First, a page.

I am a Professor of English at the University of Florida.  I teach courses in American literature, cultural studies, American Indian literature, popular culture, and critical theory. My research addresses the intersections of American literature and the social sciences, especially anthropology. I have written two books on the concept of “culture” in the U.S.: Patterns for America: Modernism and the Concept of Culture (Princeton, 1999) and The Cultural Return (California, 2012; pdf). The first examines the joint modernist project of anthropologists and literary critics at the turn of the century to define and deploy the idea of “culture”; and the second traces the history of the “cultural turn” of the 1980s and 1990s to offer an account of culture’s ascendancy as a central interdisciplinary concept, its more recent failing fortunes, and argues for “culture’s” continued importance to our understanding of present society. I have also published work in American Indian studies, museum studies, literary history and theory. I am associate editor of the multi-volume Blackwell Encyclopedia of the Novel (2011). I am currently working on a project on indigeneity in a global context, and another on the history of the popular social sciences in mid-twentieth century US.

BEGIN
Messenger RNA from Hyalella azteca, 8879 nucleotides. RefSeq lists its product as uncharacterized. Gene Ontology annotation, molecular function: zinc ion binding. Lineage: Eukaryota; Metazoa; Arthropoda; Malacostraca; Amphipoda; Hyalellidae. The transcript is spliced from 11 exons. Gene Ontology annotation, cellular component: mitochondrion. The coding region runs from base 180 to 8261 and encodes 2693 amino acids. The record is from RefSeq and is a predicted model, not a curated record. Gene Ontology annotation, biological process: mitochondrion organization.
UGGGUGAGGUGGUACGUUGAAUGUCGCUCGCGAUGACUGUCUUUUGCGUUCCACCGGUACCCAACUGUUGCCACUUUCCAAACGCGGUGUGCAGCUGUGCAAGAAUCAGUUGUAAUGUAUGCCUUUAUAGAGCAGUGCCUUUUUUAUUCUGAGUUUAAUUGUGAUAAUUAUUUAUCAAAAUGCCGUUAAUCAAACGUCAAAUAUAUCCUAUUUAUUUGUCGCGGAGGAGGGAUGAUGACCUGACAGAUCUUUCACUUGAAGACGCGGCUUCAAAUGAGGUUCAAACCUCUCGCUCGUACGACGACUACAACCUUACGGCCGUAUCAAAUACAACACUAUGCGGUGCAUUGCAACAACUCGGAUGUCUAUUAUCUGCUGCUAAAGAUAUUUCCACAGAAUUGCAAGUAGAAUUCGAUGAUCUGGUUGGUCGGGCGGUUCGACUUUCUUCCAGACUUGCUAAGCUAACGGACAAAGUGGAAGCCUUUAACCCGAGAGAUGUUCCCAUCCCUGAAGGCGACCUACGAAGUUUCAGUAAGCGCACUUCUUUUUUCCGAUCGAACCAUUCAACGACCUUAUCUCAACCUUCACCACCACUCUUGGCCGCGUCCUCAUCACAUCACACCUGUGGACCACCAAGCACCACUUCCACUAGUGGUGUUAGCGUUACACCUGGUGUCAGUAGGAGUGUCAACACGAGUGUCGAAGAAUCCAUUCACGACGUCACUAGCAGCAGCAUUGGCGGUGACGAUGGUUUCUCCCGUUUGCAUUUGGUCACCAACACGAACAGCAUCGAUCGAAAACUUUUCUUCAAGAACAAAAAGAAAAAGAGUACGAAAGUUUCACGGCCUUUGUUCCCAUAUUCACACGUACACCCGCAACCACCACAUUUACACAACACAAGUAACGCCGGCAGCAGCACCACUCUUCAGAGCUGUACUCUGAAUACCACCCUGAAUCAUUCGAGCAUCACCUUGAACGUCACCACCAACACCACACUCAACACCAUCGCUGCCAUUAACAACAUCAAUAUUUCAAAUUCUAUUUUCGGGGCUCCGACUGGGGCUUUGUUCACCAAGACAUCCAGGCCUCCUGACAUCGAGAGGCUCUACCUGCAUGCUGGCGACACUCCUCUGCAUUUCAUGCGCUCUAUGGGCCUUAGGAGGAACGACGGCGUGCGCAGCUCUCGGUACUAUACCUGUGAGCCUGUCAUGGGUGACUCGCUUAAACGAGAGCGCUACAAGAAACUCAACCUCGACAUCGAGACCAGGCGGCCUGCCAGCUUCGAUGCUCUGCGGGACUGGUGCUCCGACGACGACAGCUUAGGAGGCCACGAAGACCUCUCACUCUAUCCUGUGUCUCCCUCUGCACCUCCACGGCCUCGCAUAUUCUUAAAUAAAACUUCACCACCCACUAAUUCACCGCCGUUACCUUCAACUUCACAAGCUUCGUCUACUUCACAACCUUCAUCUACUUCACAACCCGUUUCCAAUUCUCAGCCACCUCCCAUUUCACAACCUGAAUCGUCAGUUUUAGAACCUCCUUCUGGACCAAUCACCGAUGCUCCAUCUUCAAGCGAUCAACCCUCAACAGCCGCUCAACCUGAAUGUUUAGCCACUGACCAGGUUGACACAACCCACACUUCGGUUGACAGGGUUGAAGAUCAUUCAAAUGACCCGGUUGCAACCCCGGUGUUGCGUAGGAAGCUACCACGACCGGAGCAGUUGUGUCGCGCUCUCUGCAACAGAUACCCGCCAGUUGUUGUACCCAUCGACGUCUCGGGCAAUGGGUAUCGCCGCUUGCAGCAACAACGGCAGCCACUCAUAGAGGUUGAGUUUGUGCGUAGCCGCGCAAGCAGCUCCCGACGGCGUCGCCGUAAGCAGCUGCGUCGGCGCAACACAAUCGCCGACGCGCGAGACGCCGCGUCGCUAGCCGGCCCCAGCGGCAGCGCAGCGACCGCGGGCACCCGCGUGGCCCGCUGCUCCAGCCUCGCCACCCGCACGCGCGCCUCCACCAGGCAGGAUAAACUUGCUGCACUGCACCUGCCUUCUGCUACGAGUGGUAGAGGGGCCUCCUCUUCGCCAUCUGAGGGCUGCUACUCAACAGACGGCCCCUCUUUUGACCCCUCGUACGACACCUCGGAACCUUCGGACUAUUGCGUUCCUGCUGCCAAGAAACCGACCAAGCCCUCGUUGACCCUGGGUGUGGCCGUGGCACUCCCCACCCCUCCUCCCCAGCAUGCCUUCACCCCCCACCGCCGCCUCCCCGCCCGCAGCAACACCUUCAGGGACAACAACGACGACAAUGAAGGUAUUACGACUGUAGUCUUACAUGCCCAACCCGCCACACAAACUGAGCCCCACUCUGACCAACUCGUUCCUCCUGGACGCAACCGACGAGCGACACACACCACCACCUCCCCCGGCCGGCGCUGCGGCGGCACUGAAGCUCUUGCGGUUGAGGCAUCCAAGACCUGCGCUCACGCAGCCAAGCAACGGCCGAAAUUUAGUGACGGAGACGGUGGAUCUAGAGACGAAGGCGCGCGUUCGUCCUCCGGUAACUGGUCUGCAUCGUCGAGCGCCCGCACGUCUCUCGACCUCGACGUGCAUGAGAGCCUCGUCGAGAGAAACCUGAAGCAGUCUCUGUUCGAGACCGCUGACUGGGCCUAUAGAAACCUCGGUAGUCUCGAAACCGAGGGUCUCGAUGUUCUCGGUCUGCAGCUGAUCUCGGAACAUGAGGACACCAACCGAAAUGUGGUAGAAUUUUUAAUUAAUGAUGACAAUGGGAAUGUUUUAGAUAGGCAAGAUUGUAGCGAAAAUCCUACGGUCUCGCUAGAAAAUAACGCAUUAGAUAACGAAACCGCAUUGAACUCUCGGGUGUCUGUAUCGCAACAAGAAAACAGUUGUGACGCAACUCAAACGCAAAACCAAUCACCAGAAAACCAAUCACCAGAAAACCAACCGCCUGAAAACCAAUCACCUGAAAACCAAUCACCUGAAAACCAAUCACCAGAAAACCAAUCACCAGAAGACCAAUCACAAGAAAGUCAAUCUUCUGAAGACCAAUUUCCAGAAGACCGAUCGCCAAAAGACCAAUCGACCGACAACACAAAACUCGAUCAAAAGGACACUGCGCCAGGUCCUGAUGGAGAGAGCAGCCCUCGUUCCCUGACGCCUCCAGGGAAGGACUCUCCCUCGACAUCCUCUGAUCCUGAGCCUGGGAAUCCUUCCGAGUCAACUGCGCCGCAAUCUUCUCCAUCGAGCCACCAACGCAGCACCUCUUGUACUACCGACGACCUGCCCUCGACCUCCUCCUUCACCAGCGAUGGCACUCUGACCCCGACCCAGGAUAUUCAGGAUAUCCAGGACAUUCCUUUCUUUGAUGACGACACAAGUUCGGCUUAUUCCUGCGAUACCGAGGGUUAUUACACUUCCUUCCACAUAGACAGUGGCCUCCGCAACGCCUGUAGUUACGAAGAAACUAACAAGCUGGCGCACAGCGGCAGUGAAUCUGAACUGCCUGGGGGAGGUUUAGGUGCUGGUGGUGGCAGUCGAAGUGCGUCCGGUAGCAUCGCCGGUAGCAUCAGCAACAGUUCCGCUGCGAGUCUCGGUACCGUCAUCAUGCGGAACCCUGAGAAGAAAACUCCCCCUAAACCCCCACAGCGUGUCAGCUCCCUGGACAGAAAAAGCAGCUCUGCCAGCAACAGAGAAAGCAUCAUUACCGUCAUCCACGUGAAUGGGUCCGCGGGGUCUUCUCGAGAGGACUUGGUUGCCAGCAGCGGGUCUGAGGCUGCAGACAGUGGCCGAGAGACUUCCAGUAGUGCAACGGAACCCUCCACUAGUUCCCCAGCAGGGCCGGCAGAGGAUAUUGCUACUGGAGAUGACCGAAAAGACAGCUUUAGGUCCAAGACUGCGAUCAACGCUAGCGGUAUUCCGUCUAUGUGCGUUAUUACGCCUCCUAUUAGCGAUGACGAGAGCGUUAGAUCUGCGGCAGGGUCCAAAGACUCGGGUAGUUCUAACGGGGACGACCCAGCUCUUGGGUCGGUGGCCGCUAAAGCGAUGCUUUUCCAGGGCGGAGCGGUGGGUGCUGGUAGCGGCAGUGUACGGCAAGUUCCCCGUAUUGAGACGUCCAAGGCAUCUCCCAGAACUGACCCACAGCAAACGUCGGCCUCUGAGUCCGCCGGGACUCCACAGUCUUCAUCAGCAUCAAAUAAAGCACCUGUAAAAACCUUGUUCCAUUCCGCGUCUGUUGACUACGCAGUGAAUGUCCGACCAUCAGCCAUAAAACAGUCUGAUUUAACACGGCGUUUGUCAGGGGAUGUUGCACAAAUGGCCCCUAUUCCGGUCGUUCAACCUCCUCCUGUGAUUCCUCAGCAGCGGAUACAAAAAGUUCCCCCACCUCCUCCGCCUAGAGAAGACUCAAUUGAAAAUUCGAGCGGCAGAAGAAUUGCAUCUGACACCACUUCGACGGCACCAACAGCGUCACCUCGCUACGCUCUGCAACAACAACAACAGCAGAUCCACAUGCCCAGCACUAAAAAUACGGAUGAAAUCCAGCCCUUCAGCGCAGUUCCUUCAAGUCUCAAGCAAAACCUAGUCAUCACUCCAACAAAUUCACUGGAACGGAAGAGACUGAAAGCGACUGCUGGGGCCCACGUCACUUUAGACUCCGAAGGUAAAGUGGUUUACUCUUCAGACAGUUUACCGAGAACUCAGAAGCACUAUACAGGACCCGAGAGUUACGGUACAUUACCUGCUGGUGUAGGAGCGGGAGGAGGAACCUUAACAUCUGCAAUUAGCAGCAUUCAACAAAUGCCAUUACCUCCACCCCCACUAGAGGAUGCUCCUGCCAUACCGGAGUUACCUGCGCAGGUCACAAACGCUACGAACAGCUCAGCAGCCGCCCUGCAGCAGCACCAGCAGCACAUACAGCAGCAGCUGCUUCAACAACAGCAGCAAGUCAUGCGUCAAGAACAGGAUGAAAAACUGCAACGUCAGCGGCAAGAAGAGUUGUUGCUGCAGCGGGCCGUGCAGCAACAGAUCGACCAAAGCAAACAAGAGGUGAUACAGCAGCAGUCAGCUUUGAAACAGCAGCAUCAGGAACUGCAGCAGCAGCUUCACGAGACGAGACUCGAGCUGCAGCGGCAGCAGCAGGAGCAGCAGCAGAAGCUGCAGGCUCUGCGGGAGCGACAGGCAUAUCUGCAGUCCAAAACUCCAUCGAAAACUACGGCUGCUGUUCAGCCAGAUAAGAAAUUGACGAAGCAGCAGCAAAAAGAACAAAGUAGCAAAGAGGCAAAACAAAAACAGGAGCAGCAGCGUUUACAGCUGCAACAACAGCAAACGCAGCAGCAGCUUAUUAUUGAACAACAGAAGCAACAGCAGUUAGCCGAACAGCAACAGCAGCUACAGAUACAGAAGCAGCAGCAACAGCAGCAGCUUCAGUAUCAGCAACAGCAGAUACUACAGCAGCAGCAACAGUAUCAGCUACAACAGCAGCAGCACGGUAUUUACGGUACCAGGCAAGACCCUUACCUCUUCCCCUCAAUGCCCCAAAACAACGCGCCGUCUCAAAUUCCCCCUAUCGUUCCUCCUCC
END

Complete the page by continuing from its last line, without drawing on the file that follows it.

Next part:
I have taught at the University of Florida since 1995. In 1996, I was the William S. Vaughn Visiting Fellow at Vanderbilt University’s Robert Penn Warren Center for the Humanities, and in 2012, I was the Fulbright Distinguished Scholar in American Studies at Uppsala University in Sweden, where I was affiliated with SINAS, the Swedish Institute for North American Studies. I am currently a guest blogger for Amerikaanalys.se, a blog on US politics for a Swedish audience.

From 2014-2017, I was President of UFF-UF, the University of Florida Chapter of United Faculty of Florida (FEA/AFT/NEA). I am a committed labor activist, and so I occasionally also write on Florida politics and academic labor.